What if your dog has already learned that obnoxious behavior earns your attention? No problem! Simply start marking and rewarding him every time he’s lying down quietly, and you may be amazed at how quickly his behavior improves.

This process works equally well to teach other behaviors that dogs offer naturally, such as sit, bow, and stand. It’s easy, elegant, and (best of all!) perfect for lazy trainers! Have you ever taught any behaviors by capturing them? Give it a try, and let us know how it goes!

[Mostly] Wordless Wednesday

I have always marveled at how well dogs and people get along. They move so comfortably into your life, choose a chair to sleep on, figure out your moods, and have no trouble bending themselves to a curve that should be completely strange and inappropriate. From the first, they fall asleep so easily in a foreign land.

-Jonathan Carroll

Dog-Dog Socialization: Beyond the Dog Park

I don’t ever take my dogs to the dog park. The idea of the dog park is a great one: a safe place where dogs can play together and run free. However, in reality, I find that dog parks cause more issues than they solve, so I turn instead to other options for my own dogs.

Photo by Sangudo

There are several major problems with dog parks. The largest issue I personally have with public dog parks is the lack of oversight available for who attends them. I do not know the physical or behavioral health status of any of the dogs who attend, and the risk of exposing my dog to a sick or aggressive dog is much higher than with any other means of socialization. Unvaccinated dogs or those who are carrying parasites or viruses (such as kennel cough) are all possibilities. Since my dogs are healthy and are provided with appropriate immunizations and parasite control, this alone wouldn’t be a deal-breaker. However, behaviorally unhealthy dogs are a much bigger risk.

The largest problem with dog parks is that owners are often oblivious to or unconcerned about the behavior of their dogs. Many owners spend time at the dog park chatting with each other or on their phones, not even watching their dog. Dog parks are not appropriate places to bring dogs for remedial socialization, yet many people attempt to do just that. Many well-meaning people also bring their new or unsocialized dogs to the dog park with no idea of the dog’s comfort level around other dogs, a doggy version of “trial by fire.” Working as a dog behavior consultant, I receive calls and emails on a regular basis from people whose dog has either injured or been injured by another dog at the dog park. These calls range from a dog who has developed fear issues after being playfully jumped by a much larger dog at the dog park to a dog who literally ripped the ear off another dog when the two got into a scuffle over a ball.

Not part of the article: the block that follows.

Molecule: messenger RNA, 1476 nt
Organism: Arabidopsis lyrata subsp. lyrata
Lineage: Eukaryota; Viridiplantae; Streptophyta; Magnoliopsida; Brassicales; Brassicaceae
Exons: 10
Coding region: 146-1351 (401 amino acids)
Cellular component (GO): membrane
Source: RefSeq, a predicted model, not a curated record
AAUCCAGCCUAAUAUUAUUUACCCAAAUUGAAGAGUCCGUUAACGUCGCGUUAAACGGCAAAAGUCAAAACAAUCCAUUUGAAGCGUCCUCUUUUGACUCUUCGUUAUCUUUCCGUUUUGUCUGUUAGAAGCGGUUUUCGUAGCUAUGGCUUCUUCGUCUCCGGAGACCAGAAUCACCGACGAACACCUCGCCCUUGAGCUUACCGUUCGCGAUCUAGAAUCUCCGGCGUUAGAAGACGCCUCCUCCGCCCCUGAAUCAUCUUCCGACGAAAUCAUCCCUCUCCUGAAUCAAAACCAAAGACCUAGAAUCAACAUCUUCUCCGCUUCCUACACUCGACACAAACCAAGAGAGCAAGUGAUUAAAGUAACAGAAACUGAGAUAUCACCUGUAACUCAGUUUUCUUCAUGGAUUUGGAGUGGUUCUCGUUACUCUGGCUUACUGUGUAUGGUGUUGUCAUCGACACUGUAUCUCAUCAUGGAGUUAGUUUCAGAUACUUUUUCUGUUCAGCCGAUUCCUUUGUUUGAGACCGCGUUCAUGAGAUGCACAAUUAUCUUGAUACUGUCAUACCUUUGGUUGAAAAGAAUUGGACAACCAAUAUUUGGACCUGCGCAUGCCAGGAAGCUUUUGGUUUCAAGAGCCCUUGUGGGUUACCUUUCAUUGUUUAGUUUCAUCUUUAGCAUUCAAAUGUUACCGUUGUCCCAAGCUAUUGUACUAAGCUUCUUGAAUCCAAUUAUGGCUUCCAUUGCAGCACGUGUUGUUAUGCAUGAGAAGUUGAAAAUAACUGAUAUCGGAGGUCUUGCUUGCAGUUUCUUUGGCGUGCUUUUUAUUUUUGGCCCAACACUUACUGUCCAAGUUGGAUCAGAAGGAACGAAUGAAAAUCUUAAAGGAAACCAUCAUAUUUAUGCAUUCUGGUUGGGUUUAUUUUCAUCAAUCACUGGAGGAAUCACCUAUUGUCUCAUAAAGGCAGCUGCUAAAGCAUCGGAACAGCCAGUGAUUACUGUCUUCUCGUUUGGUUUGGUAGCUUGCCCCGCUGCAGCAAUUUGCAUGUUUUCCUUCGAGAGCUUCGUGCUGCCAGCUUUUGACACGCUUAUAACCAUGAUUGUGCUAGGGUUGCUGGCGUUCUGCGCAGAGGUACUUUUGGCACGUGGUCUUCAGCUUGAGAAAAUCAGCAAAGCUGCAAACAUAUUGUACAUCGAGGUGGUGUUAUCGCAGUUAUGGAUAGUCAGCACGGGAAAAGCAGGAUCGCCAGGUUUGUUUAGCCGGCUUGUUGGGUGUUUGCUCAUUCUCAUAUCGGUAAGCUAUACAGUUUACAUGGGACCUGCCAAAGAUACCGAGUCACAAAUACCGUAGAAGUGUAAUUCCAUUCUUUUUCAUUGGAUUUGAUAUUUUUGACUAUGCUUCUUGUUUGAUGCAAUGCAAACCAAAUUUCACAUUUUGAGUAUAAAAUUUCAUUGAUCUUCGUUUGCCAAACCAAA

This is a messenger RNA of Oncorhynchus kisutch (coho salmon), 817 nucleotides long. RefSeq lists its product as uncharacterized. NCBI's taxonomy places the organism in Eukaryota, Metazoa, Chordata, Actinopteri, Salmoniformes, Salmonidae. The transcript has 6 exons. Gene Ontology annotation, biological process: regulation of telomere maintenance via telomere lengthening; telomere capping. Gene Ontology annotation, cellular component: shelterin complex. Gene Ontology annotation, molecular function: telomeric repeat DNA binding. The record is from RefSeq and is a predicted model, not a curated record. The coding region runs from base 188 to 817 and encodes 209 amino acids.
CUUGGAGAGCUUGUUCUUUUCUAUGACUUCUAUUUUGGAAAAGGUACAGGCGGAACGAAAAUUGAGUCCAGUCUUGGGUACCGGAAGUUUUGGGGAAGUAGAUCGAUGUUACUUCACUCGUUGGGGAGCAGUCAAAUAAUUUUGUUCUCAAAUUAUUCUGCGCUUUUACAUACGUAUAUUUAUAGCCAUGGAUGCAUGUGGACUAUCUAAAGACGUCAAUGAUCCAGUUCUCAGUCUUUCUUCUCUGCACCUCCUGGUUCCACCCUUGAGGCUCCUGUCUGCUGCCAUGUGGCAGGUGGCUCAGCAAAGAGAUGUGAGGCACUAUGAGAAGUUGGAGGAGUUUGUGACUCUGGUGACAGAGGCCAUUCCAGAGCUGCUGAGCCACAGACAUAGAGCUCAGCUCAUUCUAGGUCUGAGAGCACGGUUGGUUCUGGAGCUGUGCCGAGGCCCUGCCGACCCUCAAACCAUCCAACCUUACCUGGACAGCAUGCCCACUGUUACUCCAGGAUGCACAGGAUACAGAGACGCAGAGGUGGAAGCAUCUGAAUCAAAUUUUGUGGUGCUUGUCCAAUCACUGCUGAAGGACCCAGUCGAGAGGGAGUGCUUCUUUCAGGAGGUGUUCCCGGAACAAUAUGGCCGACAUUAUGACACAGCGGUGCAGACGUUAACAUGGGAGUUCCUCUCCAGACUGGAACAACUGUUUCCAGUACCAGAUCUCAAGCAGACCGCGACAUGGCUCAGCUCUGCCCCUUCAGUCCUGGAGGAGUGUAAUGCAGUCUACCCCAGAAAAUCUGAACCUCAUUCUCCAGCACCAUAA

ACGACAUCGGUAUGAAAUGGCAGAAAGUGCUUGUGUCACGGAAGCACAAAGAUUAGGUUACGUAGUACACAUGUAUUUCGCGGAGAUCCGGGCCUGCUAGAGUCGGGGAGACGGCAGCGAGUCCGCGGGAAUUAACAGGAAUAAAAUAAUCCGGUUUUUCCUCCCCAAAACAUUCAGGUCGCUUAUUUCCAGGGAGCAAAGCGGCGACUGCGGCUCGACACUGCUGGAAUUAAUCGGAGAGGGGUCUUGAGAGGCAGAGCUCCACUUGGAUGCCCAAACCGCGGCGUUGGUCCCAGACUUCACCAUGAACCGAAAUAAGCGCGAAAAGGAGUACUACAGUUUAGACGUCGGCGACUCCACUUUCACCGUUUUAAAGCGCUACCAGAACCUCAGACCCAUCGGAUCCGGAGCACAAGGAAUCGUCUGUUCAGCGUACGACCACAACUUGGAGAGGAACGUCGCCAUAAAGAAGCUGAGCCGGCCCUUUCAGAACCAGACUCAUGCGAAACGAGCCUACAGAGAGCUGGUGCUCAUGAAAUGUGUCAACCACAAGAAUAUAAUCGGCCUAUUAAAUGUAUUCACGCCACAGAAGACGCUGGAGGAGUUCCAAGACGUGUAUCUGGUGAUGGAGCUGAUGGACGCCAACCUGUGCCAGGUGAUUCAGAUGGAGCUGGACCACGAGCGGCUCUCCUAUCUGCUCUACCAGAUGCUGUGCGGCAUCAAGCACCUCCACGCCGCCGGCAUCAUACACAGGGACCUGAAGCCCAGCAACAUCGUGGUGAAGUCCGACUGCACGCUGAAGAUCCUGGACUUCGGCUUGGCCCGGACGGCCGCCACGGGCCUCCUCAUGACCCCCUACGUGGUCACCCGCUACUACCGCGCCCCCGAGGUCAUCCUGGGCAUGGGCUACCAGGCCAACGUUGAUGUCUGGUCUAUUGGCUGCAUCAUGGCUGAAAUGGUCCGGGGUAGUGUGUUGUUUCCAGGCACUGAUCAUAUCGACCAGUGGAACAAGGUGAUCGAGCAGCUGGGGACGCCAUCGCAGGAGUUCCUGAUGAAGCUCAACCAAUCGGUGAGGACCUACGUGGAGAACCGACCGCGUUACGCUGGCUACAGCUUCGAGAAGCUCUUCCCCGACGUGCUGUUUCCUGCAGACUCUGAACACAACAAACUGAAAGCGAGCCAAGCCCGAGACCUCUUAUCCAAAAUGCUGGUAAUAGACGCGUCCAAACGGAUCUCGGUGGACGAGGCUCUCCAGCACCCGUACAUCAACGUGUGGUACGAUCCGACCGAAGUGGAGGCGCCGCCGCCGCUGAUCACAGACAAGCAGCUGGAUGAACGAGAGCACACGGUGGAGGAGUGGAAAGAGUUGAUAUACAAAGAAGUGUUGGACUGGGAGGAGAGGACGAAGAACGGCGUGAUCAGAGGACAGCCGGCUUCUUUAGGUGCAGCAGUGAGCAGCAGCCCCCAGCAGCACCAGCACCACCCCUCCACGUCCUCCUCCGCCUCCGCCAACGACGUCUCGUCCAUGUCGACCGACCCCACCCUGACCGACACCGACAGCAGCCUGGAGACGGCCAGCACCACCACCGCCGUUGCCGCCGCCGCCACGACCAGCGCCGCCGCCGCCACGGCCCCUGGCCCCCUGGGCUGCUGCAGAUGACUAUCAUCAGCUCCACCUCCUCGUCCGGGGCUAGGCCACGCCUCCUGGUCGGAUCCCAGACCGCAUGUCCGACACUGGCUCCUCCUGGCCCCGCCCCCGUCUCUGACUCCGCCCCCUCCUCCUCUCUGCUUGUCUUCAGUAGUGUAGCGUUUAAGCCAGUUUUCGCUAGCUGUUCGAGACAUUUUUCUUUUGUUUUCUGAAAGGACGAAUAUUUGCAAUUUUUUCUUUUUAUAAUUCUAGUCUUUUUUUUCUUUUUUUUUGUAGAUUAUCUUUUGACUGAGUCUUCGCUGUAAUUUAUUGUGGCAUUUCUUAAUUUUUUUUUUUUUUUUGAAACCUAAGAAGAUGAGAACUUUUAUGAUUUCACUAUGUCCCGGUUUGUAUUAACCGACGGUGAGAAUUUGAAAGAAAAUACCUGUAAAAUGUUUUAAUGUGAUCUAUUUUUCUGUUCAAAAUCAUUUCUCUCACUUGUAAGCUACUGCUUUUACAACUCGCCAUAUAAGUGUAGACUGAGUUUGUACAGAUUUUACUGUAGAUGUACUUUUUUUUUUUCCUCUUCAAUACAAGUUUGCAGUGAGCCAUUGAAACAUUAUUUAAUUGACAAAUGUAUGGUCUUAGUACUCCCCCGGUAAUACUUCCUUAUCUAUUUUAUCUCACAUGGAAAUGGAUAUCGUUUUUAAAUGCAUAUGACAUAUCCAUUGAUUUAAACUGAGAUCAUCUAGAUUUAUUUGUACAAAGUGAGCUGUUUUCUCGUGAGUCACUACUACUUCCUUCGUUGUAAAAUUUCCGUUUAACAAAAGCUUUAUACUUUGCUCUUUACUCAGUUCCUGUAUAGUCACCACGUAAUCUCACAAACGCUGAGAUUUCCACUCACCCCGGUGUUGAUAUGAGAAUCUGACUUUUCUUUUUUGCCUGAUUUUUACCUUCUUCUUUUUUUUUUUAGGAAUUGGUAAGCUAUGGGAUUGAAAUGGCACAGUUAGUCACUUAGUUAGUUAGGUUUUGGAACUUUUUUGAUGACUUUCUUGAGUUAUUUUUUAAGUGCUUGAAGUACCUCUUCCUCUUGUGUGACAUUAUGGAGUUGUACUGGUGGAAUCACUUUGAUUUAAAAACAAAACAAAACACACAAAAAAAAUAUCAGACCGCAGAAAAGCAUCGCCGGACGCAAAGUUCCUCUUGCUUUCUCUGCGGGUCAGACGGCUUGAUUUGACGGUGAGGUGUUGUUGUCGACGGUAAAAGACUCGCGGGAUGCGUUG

There’s a saying among trainers: “if you go to the dog park long enough, something bad will happen.” While there are certainly lots of friendly, well-socialized, and healthy dogs who attend the dog park, it’s impossible to totally protect your dog from bad experiences in such an uncontrolled environment. This may not be a big deal for well-socialized, balanced, stable dogs, who will just shake off the bad experience and continue on. Young (under two years old), fearful, or easily upset dogs may not be so blase about the experience, however. One traumatic experience can set a dog up for a lifetime of fear or reactivity, something we trainers see all too heartbreakingly often.

As if this weren’t enough, I also avoid the dog park because of what my dog is likely to learn there. The average dog park attendee is an adolescent, setting the stage for a canine version of The Lord of the Flies since there are few adults around to keep order. Rude, pushy, and over-aroused behavior is often the norm. Practicing such behaviors teaches the dog that this is how he should interact with others of his species, and now we have a canine Tarzan or bully in the making.